NOT TO BE PUBLISHED IN THE OFFICIAL REPORTS
Appellants James Collins, Denise Phillips, and Stephen Kron (collectively, the objectors) objected to the trial court's approval of a $5.6 million class action settlement with defendant Wells Fargo Bank, N.A. (Wells Fargo). On appeal, they object to several procedural aspects of the settlement, the scope of the release, and the amount of attorney fees that the court awarded to class counsel. We conclude their contentions lack merit and affirm.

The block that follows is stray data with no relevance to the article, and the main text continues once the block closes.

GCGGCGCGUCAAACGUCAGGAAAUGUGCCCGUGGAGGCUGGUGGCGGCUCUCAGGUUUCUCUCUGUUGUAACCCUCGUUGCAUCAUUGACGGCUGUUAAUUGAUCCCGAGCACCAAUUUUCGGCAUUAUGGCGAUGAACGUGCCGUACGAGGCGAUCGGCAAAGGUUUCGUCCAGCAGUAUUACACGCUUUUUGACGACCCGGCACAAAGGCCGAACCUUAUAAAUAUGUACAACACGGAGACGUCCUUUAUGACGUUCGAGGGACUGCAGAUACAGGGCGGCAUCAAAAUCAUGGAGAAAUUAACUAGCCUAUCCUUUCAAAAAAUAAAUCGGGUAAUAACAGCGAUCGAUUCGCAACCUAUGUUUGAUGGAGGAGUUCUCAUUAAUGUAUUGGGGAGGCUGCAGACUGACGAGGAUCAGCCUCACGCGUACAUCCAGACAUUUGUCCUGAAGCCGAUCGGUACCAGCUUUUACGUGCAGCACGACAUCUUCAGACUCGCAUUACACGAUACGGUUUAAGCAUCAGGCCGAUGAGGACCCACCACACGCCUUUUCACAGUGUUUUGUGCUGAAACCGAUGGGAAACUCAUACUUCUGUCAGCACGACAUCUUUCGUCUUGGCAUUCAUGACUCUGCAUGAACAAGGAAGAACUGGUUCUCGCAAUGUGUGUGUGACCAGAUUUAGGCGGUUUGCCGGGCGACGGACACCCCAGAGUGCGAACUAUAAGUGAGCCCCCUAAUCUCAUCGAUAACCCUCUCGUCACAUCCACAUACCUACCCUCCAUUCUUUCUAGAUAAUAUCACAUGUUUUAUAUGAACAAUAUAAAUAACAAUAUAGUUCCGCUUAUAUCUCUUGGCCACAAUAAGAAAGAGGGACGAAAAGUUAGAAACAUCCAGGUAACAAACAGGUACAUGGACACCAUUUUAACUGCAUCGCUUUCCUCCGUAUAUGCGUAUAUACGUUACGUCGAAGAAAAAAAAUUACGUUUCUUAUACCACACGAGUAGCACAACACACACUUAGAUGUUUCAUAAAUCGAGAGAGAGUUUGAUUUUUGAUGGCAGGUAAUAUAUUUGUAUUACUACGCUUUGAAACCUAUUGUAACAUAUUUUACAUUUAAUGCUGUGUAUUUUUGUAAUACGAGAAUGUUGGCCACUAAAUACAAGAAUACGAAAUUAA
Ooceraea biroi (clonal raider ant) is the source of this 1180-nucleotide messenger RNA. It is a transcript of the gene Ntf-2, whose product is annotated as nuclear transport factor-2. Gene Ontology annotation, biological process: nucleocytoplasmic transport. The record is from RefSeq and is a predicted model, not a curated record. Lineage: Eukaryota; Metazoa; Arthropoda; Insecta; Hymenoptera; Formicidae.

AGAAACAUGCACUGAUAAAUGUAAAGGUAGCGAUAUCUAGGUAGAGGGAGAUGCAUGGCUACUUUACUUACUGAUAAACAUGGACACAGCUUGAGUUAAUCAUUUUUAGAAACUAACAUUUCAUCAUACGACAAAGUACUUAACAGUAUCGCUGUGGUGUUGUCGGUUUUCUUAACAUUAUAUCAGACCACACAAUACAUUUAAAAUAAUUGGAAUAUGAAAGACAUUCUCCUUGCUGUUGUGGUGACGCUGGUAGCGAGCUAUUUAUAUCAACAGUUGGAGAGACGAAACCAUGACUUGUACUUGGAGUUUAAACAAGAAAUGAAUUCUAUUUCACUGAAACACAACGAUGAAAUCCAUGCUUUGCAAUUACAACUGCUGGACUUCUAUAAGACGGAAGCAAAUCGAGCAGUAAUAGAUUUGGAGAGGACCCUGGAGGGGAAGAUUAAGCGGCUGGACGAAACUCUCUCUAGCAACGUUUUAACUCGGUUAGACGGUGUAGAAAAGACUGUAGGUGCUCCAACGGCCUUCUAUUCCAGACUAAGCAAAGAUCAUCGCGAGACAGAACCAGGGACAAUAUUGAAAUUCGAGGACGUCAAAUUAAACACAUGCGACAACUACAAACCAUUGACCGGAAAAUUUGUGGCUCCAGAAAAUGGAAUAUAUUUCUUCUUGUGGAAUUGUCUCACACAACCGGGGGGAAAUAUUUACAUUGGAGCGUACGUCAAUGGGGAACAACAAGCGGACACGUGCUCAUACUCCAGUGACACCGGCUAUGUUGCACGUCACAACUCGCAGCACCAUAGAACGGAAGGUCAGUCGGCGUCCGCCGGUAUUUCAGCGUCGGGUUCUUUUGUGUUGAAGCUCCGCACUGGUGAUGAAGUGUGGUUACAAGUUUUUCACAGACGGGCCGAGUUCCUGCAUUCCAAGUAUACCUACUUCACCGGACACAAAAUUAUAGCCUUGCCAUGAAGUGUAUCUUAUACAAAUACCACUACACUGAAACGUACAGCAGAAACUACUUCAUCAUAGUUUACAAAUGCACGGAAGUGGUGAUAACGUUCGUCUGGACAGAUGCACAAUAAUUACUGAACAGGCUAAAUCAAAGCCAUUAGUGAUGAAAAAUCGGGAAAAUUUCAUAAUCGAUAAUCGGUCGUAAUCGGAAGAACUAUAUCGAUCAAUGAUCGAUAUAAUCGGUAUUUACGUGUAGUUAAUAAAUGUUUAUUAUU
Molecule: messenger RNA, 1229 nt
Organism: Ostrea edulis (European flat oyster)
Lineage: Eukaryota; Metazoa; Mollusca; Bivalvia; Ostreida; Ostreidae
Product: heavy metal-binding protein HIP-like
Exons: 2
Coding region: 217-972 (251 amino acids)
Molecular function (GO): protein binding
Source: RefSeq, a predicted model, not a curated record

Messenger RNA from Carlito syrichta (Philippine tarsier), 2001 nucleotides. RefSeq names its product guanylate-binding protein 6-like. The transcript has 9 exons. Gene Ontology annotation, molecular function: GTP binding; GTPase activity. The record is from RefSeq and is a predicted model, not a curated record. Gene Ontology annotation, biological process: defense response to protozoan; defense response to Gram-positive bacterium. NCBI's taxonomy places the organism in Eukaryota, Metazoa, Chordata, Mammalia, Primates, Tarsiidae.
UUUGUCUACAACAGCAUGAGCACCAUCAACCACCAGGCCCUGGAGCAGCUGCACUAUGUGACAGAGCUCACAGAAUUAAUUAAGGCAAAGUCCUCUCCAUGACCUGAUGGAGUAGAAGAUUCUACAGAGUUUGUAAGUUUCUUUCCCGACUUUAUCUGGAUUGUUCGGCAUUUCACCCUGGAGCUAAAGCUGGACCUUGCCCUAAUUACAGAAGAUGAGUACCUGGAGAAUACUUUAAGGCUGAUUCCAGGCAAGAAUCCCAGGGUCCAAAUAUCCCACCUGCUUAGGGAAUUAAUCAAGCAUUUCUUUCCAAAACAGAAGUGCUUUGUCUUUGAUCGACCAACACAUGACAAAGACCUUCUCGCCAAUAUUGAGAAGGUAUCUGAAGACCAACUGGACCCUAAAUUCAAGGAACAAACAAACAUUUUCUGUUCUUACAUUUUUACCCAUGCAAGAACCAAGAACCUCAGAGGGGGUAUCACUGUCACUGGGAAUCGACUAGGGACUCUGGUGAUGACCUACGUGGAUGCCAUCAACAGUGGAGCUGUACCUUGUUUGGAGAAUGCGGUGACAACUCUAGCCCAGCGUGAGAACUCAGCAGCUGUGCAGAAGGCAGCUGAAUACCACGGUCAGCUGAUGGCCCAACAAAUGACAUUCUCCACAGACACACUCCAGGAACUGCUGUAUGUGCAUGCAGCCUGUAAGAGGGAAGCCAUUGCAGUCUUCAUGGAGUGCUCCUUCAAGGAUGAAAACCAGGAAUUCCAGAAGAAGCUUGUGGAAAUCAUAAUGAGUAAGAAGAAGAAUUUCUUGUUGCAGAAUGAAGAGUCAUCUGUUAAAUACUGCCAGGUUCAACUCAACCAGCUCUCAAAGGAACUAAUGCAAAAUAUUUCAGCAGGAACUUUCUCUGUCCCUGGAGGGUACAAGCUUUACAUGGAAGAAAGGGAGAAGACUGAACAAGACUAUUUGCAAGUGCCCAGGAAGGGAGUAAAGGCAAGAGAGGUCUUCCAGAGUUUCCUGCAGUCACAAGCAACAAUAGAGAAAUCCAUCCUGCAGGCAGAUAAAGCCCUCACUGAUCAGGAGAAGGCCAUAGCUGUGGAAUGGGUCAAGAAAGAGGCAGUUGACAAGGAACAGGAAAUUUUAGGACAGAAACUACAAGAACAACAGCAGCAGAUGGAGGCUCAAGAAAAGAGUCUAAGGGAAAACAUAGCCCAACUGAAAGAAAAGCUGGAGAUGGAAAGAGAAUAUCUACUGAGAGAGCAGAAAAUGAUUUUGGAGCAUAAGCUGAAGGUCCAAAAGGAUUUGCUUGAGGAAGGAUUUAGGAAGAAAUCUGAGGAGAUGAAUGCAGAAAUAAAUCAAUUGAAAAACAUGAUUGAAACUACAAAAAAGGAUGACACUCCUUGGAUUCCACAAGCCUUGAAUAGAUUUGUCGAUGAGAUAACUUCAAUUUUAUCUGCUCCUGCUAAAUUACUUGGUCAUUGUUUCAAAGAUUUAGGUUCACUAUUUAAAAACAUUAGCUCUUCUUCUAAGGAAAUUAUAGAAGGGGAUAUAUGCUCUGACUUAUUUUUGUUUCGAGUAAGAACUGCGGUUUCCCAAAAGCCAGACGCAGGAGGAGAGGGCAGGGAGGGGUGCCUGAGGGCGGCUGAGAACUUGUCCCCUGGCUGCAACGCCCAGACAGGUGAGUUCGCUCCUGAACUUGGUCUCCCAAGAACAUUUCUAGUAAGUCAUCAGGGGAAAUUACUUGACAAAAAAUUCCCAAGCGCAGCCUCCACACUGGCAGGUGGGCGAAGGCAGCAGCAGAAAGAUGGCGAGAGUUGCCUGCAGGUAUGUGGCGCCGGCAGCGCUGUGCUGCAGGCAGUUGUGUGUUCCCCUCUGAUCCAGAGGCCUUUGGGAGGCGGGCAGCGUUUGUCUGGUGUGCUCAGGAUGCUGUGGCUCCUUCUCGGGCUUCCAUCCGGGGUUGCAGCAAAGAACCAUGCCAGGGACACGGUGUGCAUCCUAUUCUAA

FACTS AND PROCEDURE
1. Commencement of the Actions, Discovery, and Settlement
Plaintiffs Madeline and William Mount filed their putative class action against Wells Fargo in August 2008 (Mount action). The Mounts alleged Wells Fargo had surreptitiously recorded or monitored borrowers' telephone conversations with the bank without informing them or obtaining their consent to do so. The first cause of action alleged a violation of California's Invasion of Privacy Act (Privacy Act) (Pen. Code, § 630 et seq.) and sought statutory remedies.
The parties exchanged written discovery beginning in December 2008. The Mounts took the deposition of four Wells Fargo employees, and Wells Fargo deposed the Mounts.